Re: Disk Eject Problem
On Mon, Jan 06, 2003 at 03:47:23AM -0200, Daniel Bolgheroni wrote:
> > If they say you need to use something called 'Disk Copy', I presume that
> > means you've got an image. If that is the case, please try the
> > following:
> Oh! I was wrong. The images to be copied to floppy is for System 7.5.3.
> However, even with the mistake of asking wrong, the problem remains the
> same to me: How can I put the System 7.0.1 on floppy, using GNU/Linux?
> Name: System 7.5 Version 7.5.3
> This software is available as 19 parts of a self-mounting Disk Copy
> image. Download all 19 parts to your hard drive and then double-click
> on the first part to mount the compressed disk image on your desktop.
> The reason for System 7.0.1 instead of System 7.5.3 is because I have a
> slower Macintosh LCII with only 4MB RAM; System 7.0.1 requires less memory
> than System 7.5.3.
> This is curious. I have no idea how to manage this data:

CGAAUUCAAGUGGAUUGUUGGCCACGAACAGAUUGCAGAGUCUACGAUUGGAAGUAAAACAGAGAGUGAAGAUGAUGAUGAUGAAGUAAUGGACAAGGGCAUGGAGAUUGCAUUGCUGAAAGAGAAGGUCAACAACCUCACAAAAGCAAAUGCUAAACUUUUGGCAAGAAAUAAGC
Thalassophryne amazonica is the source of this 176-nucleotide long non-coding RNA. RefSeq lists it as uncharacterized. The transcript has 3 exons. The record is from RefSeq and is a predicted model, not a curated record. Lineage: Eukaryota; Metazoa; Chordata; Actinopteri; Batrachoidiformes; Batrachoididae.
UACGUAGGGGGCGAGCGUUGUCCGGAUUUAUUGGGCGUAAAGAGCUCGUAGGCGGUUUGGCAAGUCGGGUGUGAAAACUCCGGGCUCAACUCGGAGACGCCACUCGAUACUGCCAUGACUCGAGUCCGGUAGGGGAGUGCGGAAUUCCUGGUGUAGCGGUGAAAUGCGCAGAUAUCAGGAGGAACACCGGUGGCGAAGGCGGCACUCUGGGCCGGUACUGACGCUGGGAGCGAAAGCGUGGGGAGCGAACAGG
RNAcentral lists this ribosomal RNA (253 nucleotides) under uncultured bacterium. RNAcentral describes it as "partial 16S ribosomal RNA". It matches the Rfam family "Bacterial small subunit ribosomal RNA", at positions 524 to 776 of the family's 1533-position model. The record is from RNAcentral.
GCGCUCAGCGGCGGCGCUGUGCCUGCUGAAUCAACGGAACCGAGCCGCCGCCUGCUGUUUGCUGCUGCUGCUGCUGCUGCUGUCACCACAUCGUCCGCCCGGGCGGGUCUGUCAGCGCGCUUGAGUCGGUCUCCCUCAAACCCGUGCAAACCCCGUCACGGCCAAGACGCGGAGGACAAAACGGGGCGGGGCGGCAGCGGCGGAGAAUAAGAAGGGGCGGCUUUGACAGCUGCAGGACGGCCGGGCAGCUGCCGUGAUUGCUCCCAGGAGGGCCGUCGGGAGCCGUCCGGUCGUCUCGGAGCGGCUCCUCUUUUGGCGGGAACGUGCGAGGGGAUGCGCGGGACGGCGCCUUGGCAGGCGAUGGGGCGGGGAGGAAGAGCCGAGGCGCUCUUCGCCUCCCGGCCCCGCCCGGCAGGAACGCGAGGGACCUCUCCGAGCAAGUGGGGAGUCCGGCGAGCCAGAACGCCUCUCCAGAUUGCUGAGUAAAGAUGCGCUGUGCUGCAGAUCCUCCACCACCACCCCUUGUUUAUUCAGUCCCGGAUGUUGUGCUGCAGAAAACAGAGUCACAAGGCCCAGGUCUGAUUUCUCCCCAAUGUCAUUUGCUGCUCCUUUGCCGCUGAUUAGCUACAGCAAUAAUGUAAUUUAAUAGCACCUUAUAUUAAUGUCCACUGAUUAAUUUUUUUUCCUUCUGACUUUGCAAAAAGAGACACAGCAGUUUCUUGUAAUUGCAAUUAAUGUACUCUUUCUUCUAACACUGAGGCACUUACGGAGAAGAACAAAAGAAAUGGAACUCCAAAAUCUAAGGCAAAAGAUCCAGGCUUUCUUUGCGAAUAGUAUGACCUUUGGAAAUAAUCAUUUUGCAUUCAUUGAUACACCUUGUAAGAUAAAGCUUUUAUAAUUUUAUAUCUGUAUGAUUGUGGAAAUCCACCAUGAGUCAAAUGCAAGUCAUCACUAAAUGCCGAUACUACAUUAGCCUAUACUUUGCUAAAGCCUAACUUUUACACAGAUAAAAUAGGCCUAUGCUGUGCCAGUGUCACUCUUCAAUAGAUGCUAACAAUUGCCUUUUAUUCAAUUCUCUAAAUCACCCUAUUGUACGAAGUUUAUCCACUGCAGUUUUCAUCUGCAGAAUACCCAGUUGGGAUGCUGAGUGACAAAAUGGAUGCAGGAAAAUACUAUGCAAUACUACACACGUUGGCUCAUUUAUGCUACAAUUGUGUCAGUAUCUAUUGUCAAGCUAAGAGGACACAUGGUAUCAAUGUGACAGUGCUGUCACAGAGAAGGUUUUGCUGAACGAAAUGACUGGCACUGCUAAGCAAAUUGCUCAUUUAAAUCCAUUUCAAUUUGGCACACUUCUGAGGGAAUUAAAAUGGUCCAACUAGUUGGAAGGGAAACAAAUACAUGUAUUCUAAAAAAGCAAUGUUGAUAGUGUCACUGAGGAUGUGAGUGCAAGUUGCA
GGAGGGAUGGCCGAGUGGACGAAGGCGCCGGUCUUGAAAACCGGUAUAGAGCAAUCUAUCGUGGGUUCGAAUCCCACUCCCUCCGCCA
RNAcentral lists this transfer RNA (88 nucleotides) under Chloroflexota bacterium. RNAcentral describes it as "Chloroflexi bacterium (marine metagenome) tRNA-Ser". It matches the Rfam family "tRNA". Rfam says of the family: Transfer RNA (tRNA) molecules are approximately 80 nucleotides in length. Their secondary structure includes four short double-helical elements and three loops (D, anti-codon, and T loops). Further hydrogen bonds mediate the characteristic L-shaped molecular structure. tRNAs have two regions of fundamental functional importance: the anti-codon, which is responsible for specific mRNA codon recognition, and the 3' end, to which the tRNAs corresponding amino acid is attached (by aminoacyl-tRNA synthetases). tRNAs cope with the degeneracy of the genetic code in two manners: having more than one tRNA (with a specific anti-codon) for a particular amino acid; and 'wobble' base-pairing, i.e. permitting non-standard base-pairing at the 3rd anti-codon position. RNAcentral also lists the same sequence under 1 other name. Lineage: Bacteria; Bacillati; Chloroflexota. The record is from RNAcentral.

> bash-2.05$ ls -al
> -rw-r--r-- 1 dab__ users 4836709 Apr 14 1999 System 7.0.1.smi.data
> -rw-r--r-- 1 dab__ users 128 Apr 14 1999 System 7.0.1.smi.info
> -rw-r--r-- 1 dab__ users 310737 Apr 14 1999 System 7.0.1.smi.rsrc
Those are the 3 pieces: data fork, finder info, and resource fork.
This can't fit on a floppy, though: it's a 'full' System 7.0.1
installer, rather than a 'floppy size' or 'Disk Tools' 7.0.1.
The self-mounting image (smi) can only be handled by MacOS AFAIK.
I don't think this can help you until you have a MacOS to bootstrap
with. Tonight, I'll try copying a floppy System image into Linux
and back out onto a floppy if that works, I'll let you know.
The other suggestion might do the trick; if you can find the 7.0.1
(or even 6.7?) Disk Tools.img, then try to use dd to just write it
directly to a floppy.
If you get booted with a Disk Tools floppy, and those files are on
an HFS partition on your Desktop, maybe they would open up by double
clicking one of them; and that would allow you to install 7.0.1.
(The Disk Tools by itself isn't an installable system).
"The way the Romans made sure their bridges worked is what
we should do with software engineers. They put the designer
under the bridge, and then they marched over it."
-- Lawrence Bernstein, Discover, Feb 2003